Jesus and David: a study in contrasts. And yet, both are chosen by God in their respective eras to be God’s anointed messenger. The message? Love God and love neighbor.

And yet, in his home town, he is teaching in the synagogue on the Sabbath. The people, his hometown people, are “astounded.” Where did this man get all this? He has wisdom and power, and yet he’s just a carpenter. We know his family. He’s just a neighbor kid. Then the text says, “And they took offense at him.” No pride, no excitement, no support – they are offended. Unlike with David, the elders do not come forward to acknowledge his power and certify his leadership. We are told simply that they are offended.

Jesus pretty much shrugs it off. This is how Israel usually treats its prophets. Note the sly irony as the narrator offers this: “And he could do no deed of power there, except that he laid his hands on a few sick people and cured them.” Except! He heals a few sick people. That’s all! No hard feelings. He continues to do that which somehow offends them – he heals the sick. Then he moves on. He packs up his power and his followers and moves on. Perhaps there are others who will appreciate what this carpenter has to offer – eternal life.

The hometown crowd is astounded and offended. Jesus is amazed – amazed at their disbelief.

At moments like this most people would consolidate their power. A David would refortify the walls of the city, hunker down and take a stand – make a play, make a point. David would call the elders, the authorities, the leaders of the community together and make a plan. A leader like David would assert and declare, “This is my city – you will now call it The City of David.” We know this kind of leadership all too well. Political maneuvering, assertions of power are all too familiar. We are in the political season of consolidating power, money and access to power.

Jesus, on the other hand, moves on to the next town. Once there notice what he does. Instead of asserting his power, instead of astounding people with his wisdom and works of power, he gives it away. He gives it all away.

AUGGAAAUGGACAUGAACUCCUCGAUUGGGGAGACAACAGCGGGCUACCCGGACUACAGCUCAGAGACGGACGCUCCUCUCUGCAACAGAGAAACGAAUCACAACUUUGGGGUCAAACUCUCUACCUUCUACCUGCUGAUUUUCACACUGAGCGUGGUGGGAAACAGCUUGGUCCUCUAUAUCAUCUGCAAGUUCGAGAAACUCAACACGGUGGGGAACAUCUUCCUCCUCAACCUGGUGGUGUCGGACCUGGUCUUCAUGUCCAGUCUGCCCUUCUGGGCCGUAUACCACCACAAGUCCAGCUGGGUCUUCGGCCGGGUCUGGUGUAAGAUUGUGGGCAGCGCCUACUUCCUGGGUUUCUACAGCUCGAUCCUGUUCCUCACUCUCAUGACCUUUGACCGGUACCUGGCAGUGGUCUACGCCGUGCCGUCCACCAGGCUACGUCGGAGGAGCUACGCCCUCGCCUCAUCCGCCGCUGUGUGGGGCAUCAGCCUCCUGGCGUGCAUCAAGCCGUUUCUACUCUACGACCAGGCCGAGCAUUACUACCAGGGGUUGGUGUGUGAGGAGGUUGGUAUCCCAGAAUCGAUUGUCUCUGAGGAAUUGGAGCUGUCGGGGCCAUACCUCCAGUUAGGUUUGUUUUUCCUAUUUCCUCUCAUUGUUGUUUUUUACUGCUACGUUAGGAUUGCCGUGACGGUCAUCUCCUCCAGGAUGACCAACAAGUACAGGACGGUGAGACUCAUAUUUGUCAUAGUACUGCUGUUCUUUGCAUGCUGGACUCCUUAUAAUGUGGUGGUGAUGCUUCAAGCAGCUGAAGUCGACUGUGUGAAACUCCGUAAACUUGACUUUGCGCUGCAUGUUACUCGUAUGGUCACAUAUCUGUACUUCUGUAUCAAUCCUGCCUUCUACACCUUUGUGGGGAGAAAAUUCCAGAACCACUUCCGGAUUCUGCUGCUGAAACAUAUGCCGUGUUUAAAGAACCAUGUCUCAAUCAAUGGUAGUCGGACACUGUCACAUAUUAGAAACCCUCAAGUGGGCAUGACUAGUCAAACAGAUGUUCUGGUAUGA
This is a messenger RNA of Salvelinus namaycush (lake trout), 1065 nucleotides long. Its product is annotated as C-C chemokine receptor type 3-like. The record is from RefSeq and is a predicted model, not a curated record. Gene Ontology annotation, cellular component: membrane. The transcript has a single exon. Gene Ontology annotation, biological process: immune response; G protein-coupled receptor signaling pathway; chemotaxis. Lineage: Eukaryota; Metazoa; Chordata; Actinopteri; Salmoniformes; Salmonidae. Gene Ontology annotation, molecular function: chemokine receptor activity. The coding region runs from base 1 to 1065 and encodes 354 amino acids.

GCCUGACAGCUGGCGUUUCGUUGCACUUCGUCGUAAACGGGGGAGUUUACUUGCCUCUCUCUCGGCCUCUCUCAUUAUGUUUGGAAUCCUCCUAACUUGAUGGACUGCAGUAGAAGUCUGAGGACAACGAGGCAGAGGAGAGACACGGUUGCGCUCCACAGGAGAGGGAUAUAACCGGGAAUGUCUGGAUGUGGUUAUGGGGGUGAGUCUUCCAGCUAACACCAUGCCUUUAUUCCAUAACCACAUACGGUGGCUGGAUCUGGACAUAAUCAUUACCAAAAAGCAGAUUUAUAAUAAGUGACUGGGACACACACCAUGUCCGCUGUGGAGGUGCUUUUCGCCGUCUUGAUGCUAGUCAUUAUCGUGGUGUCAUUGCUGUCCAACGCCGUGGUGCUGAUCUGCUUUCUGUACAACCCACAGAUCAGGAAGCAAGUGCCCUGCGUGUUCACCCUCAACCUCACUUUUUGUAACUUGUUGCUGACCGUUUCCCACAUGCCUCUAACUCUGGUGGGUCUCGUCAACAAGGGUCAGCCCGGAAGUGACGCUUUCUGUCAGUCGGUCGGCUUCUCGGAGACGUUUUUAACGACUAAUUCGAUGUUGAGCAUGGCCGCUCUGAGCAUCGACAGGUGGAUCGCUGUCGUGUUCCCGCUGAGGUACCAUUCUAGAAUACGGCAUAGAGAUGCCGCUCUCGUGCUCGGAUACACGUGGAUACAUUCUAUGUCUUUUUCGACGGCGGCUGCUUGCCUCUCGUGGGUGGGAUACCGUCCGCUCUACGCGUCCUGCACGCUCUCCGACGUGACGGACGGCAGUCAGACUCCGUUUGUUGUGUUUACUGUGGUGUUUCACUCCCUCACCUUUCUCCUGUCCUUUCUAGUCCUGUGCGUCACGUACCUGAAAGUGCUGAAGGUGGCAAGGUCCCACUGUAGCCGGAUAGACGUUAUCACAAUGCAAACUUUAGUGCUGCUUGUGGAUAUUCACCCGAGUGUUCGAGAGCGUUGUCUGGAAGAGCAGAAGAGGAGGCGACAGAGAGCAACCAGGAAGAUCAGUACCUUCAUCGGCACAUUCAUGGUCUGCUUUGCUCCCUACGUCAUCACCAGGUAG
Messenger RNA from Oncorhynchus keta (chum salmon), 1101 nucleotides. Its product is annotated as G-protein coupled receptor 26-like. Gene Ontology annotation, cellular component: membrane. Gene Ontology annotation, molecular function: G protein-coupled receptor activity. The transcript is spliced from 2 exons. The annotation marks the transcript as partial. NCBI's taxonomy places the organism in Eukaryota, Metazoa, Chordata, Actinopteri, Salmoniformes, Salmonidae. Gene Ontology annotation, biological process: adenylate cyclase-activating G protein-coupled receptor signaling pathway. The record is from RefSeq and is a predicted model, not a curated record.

He does this by commissioning his disciples to go out two by two. Notice how when there is kingdom work to do, God’s work to do, Jesus does not send us on our own, but with at least one other partner in ministry. Note also, they are to travel light: He ordered them to take nothing for their journey except a staff; no bread, no bag, no money in their belts; but to wear sandals and not to put on two tunics.

In other societies, in other religious traditions, this is normative. Among Hindus and its reformed cousin Buddhism, it is expected that at some point in your lifetime you will head off, wandering from town to town, bowl in hand, learning to depend on others for your survival. It is meant to be a lesson in humility and a lesson in interdependence.

We forget that this is how the Biblical story begins – a group of people who were no people, who had been a disparate group of slaves, wandered together for forty years learning to depend on God and others. Independence was discouraged. Independence does nothing to bring home the message: to love God and to love neighbor. To love God and neighbor is an invitation to interdependence – learning to rely on the generosity of others so that we might become more generous people ourselves.

Jesus invites those who follow him to go back to the original story – to participate in traditions that had evolved in the lands of the east, of the Indus valley – to participate in the kind of life that leads to love of God and love of neighbor. A life that is not at all about the consolidation of power – economic, military or otherwise. This is his reaction to having been rejected in his hometown: he shares his power with others, and sends them out to give it all away.

It is an astonishing story really. It ought to leave us astounded. It ought to make us think differently about power and the use of power. Again, in Hindu tradition, it is believed that power and money need to stay in circulation for the health of the whole community. Such ancient wisdom is in short supply these days – except in the religious traditions that are reservoirs of such wisdom.

Religion gets blamed for many things, much of which is unfair. Religion rarely gets credit for preserving ancient wisdom essential for life lived in the present. Love of God and neighbor demands equal amounts of humility and interdependence – qualities we are led to believe we have no time to pursue.

And yet, the healing of individuals, of communities and of the world community depends on such qualities. Time spent learning and cultivating such qualities will, in the end, lead to eternal life. As the late great Archbishop of Canterbury William Temple once put it, “The source of humility is the habit of realizing the presence of God.” Will we take the time to cultivate such a habit? Or, like the hometown crowd, will we be astounded, but ultimately offended? And, as Rabbi Hillel once asked, “If not now, when?”